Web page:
Global demand for protein is anticipated to skyrocket in the coming decades. Aquaculture has the potential to produce a significant proportion of the world’s nutrition. And while the current aquaculture industry is a vital producer for the global fish market, supplying 58 percent of the fish we eat, much aquaculture (particularly predatory fish and prawn) remains unsustainable, degrading both land and marine habitat, risking the introduction or spread of invasive and genetically modified species and pathogens, and polluting surrounding ecosystems. Many aquaculture farms are also economically unsustainable. Ninety-five percent of aquaculture occurs in the developing world where access to current technologies and capital, coupled with weak regulation, are barriers to change. Moreover, while aquaculture is a direct response to depleted fisheries, as an industry it relies heavily on wild-caught fish to feed captive fish. The following constraints need to be overcome to solve this grand challenge.
Develop aquaculture technologies, products, and systems that are more sustainable, reduce harmful by-products or environmental degradation, and replace less sustainable products & systems. Aquaculture has the potential to transform global food systems for the better. To do so requires innovations in three areas: system design, inputs, and product innovation.
State of global aquaculture: While fisheries globally are nearing the point of collapse, the worldwide demand for protein is expected to continue to grow rapidly. Aquaculture as a solution is expected to at least double in outputs by 2050. To date, aquaculture food supply per capita and total production value have grown at an annual rate of almost 9% for decades, and farmed seafood has overtaken production from capture fisheries. Fish farming has enabled seafood consumption (and access to protein) to continue to increase even as marine fisheries production has flat-lined. Production is heavily concentrated in Asia, particularly China [FAO]. Given that agriculture already uses 11% of the world’s land surface [FAO], and that climate change particularly threatens global rice production [IRRI], aquaculture presents an important opportunity to meet rising demand for food.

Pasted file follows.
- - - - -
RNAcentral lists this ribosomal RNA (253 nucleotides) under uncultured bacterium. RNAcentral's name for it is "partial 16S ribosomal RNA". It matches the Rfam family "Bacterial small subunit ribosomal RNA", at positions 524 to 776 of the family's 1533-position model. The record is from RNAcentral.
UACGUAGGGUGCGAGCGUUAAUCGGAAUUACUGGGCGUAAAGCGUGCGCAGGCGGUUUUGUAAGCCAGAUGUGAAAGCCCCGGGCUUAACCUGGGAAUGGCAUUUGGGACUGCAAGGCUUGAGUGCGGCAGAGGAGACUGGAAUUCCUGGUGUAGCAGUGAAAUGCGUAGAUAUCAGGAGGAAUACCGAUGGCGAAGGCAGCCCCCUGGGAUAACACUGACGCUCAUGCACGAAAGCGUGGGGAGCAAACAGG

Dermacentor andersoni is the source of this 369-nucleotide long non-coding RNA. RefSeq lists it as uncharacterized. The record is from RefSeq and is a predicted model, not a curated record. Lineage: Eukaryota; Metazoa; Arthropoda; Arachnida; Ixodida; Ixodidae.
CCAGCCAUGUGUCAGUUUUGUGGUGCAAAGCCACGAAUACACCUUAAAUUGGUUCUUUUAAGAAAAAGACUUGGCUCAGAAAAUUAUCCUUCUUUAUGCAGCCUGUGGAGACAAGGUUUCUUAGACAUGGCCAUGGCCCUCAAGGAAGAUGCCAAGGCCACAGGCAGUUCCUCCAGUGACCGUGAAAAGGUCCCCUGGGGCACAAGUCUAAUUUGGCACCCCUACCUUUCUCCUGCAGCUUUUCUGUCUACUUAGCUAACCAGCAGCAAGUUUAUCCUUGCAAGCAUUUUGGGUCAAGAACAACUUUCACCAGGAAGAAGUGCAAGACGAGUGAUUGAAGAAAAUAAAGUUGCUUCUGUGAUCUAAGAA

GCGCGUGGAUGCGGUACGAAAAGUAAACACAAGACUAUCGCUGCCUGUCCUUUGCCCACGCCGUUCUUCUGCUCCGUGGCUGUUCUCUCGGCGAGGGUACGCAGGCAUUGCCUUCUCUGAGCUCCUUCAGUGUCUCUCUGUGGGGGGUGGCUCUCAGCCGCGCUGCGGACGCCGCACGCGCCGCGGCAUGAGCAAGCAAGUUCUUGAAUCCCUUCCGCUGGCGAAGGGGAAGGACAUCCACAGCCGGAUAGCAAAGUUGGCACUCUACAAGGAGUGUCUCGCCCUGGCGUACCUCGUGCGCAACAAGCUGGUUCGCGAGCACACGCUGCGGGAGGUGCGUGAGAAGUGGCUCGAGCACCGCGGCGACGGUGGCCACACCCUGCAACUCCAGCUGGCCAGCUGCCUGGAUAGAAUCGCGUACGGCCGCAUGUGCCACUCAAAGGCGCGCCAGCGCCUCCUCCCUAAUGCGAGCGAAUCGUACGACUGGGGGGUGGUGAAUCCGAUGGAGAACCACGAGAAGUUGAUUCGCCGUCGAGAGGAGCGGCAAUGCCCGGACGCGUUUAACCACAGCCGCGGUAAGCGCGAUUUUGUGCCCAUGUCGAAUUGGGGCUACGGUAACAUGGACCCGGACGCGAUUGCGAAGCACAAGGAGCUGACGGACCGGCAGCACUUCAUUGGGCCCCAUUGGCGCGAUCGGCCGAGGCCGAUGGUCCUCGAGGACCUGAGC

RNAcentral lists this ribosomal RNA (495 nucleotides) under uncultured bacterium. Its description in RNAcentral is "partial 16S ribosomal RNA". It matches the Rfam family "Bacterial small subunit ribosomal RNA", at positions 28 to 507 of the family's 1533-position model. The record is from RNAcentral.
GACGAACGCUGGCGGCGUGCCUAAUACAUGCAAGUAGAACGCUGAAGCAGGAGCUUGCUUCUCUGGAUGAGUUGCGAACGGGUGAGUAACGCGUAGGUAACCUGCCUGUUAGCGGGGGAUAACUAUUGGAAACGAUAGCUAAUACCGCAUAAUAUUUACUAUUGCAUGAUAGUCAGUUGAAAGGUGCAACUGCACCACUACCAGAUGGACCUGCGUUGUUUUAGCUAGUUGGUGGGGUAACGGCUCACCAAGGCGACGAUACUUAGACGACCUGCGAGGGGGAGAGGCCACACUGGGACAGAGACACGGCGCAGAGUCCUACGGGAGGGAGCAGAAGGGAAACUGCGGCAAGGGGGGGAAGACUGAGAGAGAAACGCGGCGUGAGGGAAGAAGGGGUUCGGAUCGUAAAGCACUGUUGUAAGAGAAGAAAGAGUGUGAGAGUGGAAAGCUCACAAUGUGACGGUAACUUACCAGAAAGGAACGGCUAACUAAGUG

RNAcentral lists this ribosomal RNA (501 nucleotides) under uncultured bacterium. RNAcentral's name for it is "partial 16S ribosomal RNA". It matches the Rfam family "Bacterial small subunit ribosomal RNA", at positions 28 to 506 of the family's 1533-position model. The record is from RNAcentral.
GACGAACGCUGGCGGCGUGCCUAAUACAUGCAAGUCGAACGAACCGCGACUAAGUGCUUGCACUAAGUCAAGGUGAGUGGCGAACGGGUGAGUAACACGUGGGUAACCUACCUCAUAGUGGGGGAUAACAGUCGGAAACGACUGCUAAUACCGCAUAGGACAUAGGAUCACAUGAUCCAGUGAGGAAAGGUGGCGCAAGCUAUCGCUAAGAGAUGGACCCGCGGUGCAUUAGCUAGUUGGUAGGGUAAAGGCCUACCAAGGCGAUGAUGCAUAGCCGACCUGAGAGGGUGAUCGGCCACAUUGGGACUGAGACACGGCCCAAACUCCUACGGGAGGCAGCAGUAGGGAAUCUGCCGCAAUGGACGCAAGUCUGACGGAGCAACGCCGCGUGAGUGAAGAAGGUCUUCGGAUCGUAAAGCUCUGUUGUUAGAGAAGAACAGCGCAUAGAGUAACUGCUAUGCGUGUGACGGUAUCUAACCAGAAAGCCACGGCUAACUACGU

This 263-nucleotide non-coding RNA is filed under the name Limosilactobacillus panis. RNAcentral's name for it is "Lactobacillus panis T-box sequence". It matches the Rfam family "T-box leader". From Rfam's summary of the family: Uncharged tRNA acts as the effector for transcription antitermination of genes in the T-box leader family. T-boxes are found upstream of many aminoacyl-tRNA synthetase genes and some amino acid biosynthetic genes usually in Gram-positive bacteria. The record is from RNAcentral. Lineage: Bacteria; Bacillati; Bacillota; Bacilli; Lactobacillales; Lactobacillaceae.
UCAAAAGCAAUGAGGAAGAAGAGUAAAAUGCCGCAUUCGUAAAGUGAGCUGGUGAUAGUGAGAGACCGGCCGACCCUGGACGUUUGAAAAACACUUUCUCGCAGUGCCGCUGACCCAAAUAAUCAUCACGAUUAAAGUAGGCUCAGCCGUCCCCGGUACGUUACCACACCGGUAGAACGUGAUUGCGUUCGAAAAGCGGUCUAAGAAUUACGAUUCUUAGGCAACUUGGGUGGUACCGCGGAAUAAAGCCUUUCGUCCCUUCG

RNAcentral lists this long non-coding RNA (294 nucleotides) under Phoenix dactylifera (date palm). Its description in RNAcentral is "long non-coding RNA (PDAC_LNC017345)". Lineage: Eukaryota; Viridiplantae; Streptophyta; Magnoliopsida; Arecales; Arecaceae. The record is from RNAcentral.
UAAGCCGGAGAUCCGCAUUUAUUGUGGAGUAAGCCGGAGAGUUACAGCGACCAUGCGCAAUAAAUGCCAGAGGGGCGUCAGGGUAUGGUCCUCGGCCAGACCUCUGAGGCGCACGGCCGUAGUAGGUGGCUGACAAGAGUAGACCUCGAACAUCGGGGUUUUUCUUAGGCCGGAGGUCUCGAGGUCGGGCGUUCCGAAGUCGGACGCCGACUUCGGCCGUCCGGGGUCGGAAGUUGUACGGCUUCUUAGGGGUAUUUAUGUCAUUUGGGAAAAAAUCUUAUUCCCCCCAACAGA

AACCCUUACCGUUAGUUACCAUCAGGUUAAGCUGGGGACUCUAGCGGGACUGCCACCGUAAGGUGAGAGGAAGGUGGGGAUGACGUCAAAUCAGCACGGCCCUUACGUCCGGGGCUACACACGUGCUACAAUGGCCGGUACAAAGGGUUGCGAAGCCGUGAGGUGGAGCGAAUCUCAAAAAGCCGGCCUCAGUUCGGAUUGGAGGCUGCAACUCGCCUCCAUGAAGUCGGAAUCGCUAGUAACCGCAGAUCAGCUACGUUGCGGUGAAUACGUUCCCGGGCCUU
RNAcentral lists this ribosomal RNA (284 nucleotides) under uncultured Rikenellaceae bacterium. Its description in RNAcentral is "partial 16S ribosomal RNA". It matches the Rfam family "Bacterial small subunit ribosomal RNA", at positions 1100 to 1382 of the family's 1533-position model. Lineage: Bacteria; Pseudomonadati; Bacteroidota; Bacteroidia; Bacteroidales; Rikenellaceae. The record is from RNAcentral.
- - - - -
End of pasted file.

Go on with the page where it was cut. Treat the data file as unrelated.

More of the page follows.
Environmental health: Most aquaculture occurs in natural systems (lakes, coastal ecosystems) using underwater cages or man-made rafts, longlines or racks, which have a variety of effects on the local biogeography and overall environmental health. There is a higher risk of disease or parasite outbreaks within farms and between farmed and wild fish where highly intensive farming practices are used in small containment areas. Escaped fish may weaken the genetic strength of wild populations, bring novel diseases, and introduce exotic invasive species into ecosystems. Local waterways and ecosystems risk pollution and depletion of ecosystem health as a result of excessive fish and aquaculture waste. Just as with production of terrestrial crops, excessive use of chemicals including fertilizers and pesticides can harm marine organisms and human health. Conversion of critical coastal habitat such as mangroves, estuary mouths, sea grass beds and other sensitive systems to aquaculture is leading to the destruction of vast stretches of valuable ocean habitat and species globally.
Inputs:While helping to relieve pressure on at-risk and collapsed fisheries, aquaculture has its own unique sustainability challenges. The most prominent sustainability challenge is the feed used in aquaculture, which accounts for 40-70% of production costs and puts heavy demands on wild fisheries, which are the primary source of current feeds. With the dramatic growth in the aquaculture industry, prices for fishmeal and fish oil - prime constituents of many aquaculture feeds - are skyrocketing [Lux Research]. Fishmeal and fish oil largely come from harvested pelagic fish like anchovies and for one kilo of farmed fish it can require anywhere from 0 to 20 kg of wild fish. Further, many of the species harvested for fish meal and oil are targeted indiscriminately and even referred to as “trash fish” when in actuality the catch from these trawl catches can include numerous fish of high value and ecological significance, but which are not of any market value because of their size.
Market structure Aquaculture as an industry is poorly managed and relatively unregulated globally. According to the FAO, around 90% of the world’s 18.9 million fish farmers are small-scale producers from developing countries. Aquaculture is currently facing major economic pressures in the form of rising feed prices, which may present opportunities to introduce better and more sustainable feed technologies. Sustainable businesses can also demand higher prices for their products, create new distribution networks that help producers access larger or higher value markets, and be better insulated from price volatility.
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Increasing fish production without additional operational capital.